It was 4AM when we headed home in the cab. No subway at this time of night, or morning or at least not one you wanted to take. It was in the bathroom of our apartment, on the 18th floor where my best friend noticed the small tear in my pants. My metallic stretch pants I had just purchased at Intermixx layered on top of black opaque tights. It was cold in March. I think the tights are what kept me together, kept my butt together. Did I have a bruise? I was two sheets to the wind, so it was one big joke to me. I peeled off my pants, then my tights. Nothing left but a black thong. My friend’s jaw dropped the moment she looked at my butt. She ran out of the bathroom screaming. I turned my butt to the mirror and there it was. A gash. Not for the faint hearted. The consensus was a trip to ER. Back on with the tights. Back on with the pants. Back on with the boots. Cabrini Medical Center was empty at 4 AM on a Monday. I didn’t wait long.
I think explaining to the young, not so bad looking doctor how I sliced my left butt cheek was more entertaining for him than me. He and another doctor were making jokes about how me lying there with my g-stringed butt in the air reminded them of an episode of “ER.” Priceless. Other ER doctors were stepping in and out of the room. What was this? A teaching hospital? First a shot in my butt cheek, then five stitches. I was as good as gold.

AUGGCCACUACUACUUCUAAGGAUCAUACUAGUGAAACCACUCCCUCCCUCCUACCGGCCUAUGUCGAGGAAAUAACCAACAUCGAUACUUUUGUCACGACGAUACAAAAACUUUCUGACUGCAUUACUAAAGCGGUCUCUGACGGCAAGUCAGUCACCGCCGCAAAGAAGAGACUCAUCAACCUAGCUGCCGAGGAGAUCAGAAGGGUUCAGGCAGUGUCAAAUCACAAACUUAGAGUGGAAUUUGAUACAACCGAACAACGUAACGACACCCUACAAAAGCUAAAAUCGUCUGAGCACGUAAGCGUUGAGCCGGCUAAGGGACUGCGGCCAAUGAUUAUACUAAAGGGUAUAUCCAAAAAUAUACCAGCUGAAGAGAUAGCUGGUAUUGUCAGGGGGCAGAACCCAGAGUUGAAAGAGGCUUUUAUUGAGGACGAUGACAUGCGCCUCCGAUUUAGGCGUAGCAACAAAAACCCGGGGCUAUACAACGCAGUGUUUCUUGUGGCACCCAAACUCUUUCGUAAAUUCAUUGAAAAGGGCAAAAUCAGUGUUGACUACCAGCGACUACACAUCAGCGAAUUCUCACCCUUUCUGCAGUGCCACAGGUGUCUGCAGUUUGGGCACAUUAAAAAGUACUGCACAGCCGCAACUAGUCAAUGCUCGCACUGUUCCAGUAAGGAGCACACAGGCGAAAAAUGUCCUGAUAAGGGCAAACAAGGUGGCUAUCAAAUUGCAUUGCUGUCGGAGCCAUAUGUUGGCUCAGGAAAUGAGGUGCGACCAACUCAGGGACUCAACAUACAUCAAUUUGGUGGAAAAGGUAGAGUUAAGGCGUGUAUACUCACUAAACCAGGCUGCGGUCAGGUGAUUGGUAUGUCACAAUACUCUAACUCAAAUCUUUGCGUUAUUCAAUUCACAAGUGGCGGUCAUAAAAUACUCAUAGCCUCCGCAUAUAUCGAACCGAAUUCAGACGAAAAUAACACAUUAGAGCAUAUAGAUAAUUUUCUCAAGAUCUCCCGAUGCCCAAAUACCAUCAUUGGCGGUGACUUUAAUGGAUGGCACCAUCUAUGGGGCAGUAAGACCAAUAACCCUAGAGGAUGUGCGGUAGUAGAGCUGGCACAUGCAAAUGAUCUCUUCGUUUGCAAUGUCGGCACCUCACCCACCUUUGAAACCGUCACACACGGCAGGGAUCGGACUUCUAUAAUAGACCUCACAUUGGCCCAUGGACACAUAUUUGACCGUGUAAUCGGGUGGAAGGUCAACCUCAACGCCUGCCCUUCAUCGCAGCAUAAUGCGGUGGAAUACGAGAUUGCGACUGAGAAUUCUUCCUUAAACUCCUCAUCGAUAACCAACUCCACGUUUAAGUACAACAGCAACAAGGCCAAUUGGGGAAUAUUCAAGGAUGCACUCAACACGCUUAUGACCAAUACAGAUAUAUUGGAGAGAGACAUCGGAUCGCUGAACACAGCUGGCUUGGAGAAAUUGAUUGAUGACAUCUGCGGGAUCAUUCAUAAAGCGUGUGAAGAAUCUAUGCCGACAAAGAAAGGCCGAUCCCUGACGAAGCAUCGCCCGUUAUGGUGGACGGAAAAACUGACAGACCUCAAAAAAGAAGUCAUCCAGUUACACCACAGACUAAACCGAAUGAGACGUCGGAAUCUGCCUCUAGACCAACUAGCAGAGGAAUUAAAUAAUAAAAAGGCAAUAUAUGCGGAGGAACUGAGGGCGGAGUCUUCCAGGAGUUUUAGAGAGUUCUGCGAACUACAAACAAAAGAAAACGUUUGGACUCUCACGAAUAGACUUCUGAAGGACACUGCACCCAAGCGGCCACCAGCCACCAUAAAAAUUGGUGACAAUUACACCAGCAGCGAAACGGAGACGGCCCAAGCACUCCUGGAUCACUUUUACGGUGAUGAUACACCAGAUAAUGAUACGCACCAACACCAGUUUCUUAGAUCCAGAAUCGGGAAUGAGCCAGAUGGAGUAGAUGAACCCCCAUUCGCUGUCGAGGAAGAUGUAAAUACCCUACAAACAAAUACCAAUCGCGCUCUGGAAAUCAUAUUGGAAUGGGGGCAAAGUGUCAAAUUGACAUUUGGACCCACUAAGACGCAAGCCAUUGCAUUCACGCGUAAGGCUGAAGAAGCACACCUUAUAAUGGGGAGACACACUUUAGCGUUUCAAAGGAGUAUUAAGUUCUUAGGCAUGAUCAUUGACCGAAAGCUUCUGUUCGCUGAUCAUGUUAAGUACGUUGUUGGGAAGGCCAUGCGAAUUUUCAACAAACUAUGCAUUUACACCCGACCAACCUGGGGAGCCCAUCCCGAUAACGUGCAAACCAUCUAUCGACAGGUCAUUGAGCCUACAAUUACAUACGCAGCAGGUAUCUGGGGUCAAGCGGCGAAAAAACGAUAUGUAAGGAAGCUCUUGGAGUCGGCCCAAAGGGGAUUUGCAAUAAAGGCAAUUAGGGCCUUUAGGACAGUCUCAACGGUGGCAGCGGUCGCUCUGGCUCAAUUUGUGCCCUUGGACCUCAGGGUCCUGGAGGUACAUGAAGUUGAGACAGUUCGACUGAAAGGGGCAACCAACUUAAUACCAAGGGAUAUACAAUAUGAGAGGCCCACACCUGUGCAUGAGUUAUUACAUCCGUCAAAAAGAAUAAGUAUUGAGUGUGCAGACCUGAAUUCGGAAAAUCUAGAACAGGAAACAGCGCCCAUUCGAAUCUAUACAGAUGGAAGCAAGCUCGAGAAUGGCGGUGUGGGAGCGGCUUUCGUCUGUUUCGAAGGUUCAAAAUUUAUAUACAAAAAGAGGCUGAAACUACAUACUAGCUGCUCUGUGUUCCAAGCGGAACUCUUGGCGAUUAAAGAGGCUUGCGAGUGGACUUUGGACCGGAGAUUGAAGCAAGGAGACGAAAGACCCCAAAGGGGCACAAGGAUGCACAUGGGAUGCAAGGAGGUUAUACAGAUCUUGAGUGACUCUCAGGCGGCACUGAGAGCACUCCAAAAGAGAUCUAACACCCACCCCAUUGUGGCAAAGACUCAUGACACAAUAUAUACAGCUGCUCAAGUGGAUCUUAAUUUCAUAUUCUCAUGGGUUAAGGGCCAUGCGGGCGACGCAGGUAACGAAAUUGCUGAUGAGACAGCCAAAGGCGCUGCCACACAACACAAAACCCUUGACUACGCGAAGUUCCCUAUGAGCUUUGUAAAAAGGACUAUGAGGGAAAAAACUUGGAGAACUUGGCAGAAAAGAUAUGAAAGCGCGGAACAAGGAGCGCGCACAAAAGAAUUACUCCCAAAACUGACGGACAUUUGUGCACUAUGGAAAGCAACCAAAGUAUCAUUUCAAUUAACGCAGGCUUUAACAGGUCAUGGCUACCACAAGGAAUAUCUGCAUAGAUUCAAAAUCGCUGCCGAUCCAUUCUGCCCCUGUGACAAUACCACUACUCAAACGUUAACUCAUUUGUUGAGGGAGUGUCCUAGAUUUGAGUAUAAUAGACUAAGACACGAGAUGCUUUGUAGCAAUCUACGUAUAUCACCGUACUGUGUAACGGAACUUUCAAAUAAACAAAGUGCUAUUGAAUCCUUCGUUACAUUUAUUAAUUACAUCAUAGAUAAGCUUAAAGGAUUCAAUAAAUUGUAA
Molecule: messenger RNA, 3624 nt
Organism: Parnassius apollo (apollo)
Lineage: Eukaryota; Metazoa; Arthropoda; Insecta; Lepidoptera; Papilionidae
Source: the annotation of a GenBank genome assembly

His parting words — “Come back in 10 days, they aren’t the dissolving kind.” We laughed out the door, my friend and I. It had been a long night.
As for the removal of the stitches, long story short —
Twelve days post-ER, I was heading back from the Hamptons, at the end of a three-day bathing suit shoot. We were traveling with the team in a motor home, and, fortuitously, the stylist offered up her veterinarian husband. I didn’t have medical insurance, so who was I to argue. He was a doctor, right? So I jumped out with her at the corner of Madison Ave and 64th. Ten minutes later in a prestigious Lenox Hill Veterinarian office, I dropped my pants. Voila! Stitches gone, no charge! We won’t talk about that awkward moment where one of the veterinary assistants walked in with my pants down. Ugh. I still have a scar. It’s little, just above a normal, “decent butt coverage,” bathing suit line.